Gertrude Friedberg’s 1966 The Revolving Boy is a stand-alone near-future juvenile SF novel.
Derv Nagy was born with an infallible sense of direction. This knack comes with a cost. Derv’s parents fear their son has not yet discovered the full extent of that cost.
In addition to a perfect sense of direction and distance, Darv is also hyper-aware of rotation. For reasons he cannot explain, he is compelled to keep his net rotations zero. Living as he does on a planet that spins while it orbits a star travelling through the Milky Way, he is forced to embrace peculiar behaviors to satisfy this urge.
Mr. and Mrs. Nagy treasure their privacy1. They have a suspicion about the cause of Derv’s gift, but fearing the consequences of frankness, prefer to withhold this information until circumstances force their hand. Perhaps the situation will resolve itself.
Lacking parental guidance, Derv is forced to explore the limits of his ability on his own. Fortuitously for Derv, he befriends adults who are willing to indulge his curiosity and give him access to an antigravity chamber. This allows Derv to establish what it is he orienting himself with respect to: a seemingly unremarkable patch of sky. On close examination, that apparently empty region of space is the source of what may be an alien signal.
Mr. and Mrs. Nagy finally relent. They reveal that they used to be known as Mr. and Mrs. Yang. The Yangs were astronauts, from an age before nuclear testing made orbit too dangerous for humans. They took part in a test to see if humans could reproduce in space. Derv was the result.
The scientists know one thing about the signal: its direction. The distance of the source, whether the signal is a message, the nature of the senders, all unknown. Perhaps Derv can assist them in their studies.
Alas for science, the Nagys hate publicity. Changing their names to Gany, they go into hiding. This is the last science hears of Derv … until sixteen years later, when the signal suddenly stops.
Clute, in the Encyclopedia of Science Fiction, describes this novel as a “fine SF novel” and “a minor classic.” I was happy to discover a copy of the Ace mass market version, because while I had read the 1980 Del Rey paperback, I remember almost nothing about it2. Having reread the novel, I don’t know what Clute sees in this novel.
The world building is … probably no worse than that in many contemporary SF novels. The author expects a period of reaction to 1960s excess. She mentions in passing a constitutional amendment that ensures freedom from the press. It feels like there’s a story in that amendment but it is not explored. The author’s guesses as to what modern conveniences would be invented are, as usual, entertaining but wrong3. There is also the odd bit that in this setting, people choosing false names invariably pick anagrams of their old names, which is not a notion I’ve encountered anywhere else4.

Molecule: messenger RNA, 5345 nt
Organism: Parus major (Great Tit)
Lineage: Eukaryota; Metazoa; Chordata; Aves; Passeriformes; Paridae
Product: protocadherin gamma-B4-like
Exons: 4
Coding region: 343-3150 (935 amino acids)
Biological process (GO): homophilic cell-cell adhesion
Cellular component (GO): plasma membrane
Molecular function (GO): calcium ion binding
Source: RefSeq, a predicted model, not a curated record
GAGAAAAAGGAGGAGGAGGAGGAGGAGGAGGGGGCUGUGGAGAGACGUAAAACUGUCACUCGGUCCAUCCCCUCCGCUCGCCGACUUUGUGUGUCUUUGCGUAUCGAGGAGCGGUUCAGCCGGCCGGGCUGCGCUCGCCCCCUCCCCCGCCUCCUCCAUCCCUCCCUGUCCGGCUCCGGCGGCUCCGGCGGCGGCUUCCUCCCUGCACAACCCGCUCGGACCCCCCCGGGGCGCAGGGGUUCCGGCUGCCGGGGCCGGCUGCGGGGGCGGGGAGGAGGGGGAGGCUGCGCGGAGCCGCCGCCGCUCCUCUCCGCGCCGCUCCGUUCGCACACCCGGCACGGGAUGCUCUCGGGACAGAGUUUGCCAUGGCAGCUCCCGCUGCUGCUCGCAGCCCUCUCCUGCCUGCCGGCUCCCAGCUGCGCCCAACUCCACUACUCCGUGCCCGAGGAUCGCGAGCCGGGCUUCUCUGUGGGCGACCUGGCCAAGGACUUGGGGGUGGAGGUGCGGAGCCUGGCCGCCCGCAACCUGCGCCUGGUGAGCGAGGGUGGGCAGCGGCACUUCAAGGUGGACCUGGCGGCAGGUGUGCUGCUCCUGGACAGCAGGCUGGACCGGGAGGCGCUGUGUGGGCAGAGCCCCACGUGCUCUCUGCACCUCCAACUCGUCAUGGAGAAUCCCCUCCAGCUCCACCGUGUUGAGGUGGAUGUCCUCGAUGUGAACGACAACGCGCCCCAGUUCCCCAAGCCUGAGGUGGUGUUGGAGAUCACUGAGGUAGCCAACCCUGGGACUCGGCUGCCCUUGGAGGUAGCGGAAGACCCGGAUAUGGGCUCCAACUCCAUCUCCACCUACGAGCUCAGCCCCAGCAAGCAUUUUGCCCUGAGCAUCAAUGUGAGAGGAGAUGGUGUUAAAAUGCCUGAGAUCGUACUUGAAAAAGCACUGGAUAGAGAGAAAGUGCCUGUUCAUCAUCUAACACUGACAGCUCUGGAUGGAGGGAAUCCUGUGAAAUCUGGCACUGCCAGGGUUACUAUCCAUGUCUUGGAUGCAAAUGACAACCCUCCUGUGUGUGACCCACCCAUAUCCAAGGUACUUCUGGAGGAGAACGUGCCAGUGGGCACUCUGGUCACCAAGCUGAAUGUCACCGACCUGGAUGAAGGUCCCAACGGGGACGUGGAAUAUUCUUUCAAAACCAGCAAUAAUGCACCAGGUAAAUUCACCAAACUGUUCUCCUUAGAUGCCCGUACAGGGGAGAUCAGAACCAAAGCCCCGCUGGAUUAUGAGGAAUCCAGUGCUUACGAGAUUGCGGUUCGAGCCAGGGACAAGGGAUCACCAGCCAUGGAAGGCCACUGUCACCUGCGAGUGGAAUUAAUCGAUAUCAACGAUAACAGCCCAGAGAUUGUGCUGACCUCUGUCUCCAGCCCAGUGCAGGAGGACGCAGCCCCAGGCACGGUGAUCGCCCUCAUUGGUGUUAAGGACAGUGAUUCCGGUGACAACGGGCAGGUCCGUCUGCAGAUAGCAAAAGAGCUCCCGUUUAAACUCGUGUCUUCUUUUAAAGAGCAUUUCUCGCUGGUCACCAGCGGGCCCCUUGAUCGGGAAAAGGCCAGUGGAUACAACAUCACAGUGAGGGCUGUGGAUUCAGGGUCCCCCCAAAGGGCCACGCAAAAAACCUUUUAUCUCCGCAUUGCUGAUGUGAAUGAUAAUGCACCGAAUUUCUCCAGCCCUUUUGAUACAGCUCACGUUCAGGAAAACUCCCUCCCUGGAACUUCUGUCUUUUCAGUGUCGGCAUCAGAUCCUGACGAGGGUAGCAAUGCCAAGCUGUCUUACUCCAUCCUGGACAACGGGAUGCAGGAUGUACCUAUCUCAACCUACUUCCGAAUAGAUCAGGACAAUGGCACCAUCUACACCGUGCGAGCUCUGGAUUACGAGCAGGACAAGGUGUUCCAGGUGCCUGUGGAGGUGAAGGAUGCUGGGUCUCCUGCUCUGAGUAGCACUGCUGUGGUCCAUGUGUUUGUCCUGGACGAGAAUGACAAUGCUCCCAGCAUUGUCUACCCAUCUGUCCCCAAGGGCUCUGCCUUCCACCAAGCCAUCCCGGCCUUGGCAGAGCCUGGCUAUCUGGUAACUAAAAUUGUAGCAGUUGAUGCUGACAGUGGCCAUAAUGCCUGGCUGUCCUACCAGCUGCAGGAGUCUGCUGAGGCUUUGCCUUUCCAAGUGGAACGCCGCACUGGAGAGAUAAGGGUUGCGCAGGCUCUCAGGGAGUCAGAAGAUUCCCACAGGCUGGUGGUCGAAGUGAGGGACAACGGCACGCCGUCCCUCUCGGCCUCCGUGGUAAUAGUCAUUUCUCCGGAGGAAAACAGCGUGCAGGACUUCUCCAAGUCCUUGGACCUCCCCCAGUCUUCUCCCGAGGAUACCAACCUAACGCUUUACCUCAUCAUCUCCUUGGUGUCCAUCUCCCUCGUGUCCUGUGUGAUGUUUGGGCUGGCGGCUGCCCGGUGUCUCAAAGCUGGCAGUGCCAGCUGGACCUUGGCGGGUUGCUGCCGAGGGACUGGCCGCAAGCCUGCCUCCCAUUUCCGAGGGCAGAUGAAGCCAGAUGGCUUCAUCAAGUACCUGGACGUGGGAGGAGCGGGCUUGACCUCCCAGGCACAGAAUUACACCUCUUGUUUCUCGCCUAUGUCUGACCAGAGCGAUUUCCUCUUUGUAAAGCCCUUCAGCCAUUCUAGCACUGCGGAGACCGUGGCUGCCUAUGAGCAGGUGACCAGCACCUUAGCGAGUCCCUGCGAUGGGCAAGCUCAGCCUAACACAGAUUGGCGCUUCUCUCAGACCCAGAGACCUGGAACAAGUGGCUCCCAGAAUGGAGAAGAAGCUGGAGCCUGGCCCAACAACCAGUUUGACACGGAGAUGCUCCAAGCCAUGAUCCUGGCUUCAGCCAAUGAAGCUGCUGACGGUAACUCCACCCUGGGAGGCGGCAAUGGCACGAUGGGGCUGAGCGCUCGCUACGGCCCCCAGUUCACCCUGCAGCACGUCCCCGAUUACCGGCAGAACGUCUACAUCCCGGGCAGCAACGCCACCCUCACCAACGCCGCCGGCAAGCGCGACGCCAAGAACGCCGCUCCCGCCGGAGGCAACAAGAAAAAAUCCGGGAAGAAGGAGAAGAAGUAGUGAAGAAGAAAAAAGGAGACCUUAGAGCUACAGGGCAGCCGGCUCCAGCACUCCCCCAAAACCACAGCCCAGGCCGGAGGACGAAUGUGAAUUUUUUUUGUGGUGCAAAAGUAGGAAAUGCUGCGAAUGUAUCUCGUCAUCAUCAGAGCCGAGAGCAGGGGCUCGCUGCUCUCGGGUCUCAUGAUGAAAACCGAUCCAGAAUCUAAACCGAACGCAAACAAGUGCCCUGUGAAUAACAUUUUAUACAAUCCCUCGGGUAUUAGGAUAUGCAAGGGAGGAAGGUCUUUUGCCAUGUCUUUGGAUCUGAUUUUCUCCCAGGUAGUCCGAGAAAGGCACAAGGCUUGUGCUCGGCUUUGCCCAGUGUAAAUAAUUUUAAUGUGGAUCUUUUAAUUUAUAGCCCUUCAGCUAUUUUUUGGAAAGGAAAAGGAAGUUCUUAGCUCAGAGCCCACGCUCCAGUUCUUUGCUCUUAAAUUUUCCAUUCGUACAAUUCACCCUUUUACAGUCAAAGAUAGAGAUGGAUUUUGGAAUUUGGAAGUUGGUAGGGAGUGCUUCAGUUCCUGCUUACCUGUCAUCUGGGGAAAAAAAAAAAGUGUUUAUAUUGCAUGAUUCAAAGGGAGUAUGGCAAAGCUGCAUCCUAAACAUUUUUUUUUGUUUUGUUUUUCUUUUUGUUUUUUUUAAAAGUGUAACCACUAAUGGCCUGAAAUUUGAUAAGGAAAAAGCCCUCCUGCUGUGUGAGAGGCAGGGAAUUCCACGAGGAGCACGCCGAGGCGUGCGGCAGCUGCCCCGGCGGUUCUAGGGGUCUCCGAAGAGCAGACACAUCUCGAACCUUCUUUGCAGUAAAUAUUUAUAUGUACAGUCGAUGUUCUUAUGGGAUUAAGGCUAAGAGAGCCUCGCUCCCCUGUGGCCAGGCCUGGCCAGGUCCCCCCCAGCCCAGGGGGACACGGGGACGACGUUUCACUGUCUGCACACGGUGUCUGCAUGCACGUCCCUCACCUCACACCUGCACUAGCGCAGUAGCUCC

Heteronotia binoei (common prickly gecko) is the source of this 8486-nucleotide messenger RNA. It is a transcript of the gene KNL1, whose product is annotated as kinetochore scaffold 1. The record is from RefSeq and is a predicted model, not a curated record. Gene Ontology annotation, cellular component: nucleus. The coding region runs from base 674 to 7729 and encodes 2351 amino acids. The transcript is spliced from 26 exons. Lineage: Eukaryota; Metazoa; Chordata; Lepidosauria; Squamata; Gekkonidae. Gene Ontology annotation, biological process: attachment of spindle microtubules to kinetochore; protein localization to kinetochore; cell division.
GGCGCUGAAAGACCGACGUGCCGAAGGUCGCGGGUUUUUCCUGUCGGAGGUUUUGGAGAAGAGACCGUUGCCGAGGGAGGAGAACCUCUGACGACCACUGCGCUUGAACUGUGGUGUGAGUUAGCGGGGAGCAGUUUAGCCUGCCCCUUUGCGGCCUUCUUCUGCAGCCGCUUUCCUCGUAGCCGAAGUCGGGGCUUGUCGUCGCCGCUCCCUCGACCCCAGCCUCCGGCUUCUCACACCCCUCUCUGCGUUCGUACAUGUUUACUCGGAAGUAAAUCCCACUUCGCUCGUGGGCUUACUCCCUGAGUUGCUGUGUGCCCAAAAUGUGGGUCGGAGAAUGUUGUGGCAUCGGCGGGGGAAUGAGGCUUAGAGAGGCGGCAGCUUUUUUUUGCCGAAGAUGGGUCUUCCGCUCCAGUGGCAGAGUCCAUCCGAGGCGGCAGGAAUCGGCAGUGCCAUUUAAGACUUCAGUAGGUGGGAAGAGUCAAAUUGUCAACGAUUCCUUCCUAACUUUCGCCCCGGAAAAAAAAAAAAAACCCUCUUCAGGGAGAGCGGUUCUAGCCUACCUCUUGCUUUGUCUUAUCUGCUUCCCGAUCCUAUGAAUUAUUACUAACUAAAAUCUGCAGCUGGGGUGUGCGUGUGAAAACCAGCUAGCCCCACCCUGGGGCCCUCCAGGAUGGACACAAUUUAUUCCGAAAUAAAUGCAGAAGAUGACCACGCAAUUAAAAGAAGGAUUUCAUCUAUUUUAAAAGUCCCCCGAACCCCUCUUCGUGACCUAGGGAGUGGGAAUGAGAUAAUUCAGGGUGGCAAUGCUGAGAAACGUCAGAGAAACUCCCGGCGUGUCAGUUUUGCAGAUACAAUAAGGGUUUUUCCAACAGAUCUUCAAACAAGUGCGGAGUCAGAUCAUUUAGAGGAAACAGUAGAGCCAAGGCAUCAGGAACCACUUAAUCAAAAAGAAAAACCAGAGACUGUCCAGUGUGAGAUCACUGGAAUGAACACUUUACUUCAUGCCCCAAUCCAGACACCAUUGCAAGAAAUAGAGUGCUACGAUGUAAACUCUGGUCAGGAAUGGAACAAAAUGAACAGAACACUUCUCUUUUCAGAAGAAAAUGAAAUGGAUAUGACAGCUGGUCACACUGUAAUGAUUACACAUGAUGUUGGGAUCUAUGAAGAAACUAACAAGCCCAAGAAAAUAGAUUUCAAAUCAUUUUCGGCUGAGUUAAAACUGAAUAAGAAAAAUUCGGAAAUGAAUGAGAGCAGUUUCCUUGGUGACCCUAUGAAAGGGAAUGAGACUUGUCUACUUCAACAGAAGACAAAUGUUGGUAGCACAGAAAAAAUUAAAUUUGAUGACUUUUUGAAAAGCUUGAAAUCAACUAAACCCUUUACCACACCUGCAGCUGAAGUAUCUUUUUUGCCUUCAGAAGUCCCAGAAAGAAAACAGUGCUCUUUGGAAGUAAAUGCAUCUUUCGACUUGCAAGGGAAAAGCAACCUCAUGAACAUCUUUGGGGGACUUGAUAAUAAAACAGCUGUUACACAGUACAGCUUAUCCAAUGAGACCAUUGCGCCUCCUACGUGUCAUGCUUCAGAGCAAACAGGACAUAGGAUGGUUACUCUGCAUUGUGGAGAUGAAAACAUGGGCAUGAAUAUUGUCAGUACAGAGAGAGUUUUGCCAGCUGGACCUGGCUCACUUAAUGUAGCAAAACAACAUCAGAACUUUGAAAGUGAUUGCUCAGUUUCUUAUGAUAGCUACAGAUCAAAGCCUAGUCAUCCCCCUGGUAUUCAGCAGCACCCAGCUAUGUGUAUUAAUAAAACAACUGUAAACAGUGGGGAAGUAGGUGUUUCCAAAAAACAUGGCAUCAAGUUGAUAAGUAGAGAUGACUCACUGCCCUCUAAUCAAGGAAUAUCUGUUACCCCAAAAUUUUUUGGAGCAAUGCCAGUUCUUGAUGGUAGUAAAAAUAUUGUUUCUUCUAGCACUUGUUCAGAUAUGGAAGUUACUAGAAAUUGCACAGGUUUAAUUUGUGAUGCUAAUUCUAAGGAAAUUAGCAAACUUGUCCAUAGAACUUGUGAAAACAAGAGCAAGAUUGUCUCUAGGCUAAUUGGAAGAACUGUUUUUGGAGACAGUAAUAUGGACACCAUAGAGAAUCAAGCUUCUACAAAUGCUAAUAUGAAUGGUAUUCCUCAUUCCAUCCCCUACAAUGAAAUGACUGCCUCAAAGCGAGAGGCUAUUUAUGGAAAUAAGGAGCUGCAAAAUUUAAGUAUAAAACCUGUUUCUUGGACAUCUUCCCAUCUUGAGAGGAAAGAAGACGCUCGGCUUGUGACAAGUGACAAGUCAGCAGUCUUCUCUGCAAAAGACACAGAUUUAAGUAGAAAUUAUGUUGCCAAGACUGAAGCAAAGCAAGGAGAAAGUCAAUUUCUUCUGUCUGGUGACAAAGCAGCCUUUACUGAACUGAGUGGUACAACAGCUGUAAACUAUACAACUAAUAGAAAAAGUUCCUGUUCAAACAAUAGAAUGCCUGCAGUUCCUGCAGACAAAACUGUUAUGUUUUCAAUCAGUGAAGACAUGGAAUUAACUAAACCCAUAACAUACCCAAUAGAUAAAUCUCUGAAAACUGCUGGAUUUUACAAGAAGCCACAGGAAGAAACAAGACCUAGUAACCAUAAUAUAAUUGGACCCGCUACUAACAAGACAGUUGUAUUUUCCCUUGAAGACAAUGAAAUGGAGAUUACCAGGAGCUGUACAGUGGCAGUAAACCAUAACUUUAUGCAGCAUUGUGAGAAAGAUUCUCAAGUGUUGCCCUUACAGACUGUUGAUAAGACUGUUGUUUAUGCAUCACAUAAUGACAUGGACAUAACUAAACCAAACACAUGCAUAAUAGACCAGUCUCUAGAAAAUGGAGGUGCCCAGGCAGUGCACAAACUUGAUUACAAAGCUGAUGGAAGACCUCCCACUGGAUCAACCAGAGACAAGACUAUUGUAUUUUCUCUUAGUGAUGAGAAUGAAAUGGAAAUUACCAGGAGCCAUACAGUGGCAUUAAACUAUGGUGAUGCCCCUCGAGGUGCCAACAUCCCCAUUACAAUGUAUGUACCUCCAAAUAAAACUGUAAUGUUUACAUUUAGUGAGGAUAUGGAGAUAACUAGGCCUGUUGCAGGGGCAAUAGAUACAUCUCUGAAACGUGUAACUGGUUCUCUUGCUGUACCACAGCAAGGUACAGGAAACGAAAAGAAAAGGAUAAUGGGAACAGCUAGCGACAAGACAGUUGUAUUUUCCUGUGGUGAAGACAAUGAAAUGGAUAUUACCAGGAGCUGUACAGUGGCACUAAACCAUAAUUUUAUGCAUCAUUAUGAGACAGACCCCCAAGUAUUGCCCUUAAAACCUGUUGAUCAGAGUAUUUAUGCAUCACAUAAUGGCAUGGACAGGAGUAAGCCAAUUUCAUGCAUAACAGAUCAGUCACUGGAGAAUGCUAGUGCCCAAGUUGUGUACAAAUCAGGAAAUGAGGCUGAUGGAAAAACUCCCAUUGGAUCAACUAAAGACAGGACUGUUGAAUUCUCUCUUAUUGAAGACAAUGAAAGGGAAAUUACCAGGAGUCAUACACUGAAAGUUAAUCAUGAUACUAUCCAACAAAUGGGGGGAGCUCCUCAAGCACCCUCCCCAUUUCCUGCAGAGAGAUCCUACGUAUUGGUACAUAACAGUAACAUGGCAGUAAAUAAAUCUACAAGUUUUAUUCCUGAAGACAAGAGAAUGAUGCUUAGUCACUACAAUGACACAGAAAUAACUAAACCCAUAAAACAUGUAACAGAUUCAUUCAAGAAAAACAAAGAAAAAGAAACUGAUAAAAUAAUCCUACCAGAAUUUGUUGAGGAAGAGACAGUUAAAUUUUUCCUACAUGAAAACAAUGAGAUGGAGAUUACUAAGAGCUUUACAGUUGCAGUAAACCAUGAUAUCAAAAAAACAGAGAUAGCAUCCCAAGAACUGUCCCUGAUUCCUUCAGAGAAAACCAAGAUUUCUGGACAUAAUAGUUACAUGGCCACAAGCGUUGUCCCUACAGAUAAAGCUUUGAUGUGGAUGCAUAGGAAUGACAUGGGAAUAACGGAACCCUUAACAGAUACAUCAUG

The prose is simplistic, which might be because it was aimed at a young audience (although in general Ace Specials were not juveniles, so maybe I am wrong).
The plot is driven by needless obstructionism. There really isn’t any reason the Yang/Nagy/Gany family need fear the authorities. Nevertheless, they behave as though at any moment the police will batter down their door and drag them off to the special prison for people with ineffective pseudonyms and an inherent sense of direction.
One must grant, however, that the novel does a nice job of depicting the effects of irresistible obsession and how people manage it or don’t. Derv works out how to accommodate his need to turn in ways that do not attract attention. Mr. Yang/Nagy/Gany in contrast is utterly unable to deal with his loathing of publicity and unwanted news except by becoming a recluse and limiting what his wife is permitted to tell him.
The Revolving Boy is out of print.
1: The parents’ desire for privacy may be why we never learn their first names.
2: In the 1980 Del Rey version of this novel, the dates in the text may have been altered to futurify the 1980 edition. In the Ace version, Derv was born in 1970, vanishes in 1986, and reappears sixteen years later. I gather that in the Del Rey, he vanishes in 2015 and reappears in the 2030s.
3: One of the imagined future inventions: disposable bed clothes that could unrolled like saran wrap from a roller. I believe that this innovation was also featured in William Pène du Bois’s 1947 The Twenty-One Balloons. It’s been a very long time since I read the du Bois and I may be misremembering. I wonder if Friedberg was inspired by du Bois?
4: Derv ultimately reinvents himself as Fred Gany. A cynic would wonder if the author planned to rename her protagonist Fred Gany all along, and named him Derv Nagy so she’d have the letters available to anagramically rearrange into the desired final name.
The whole “cover names are always anagrams of the original name” is an odd detail.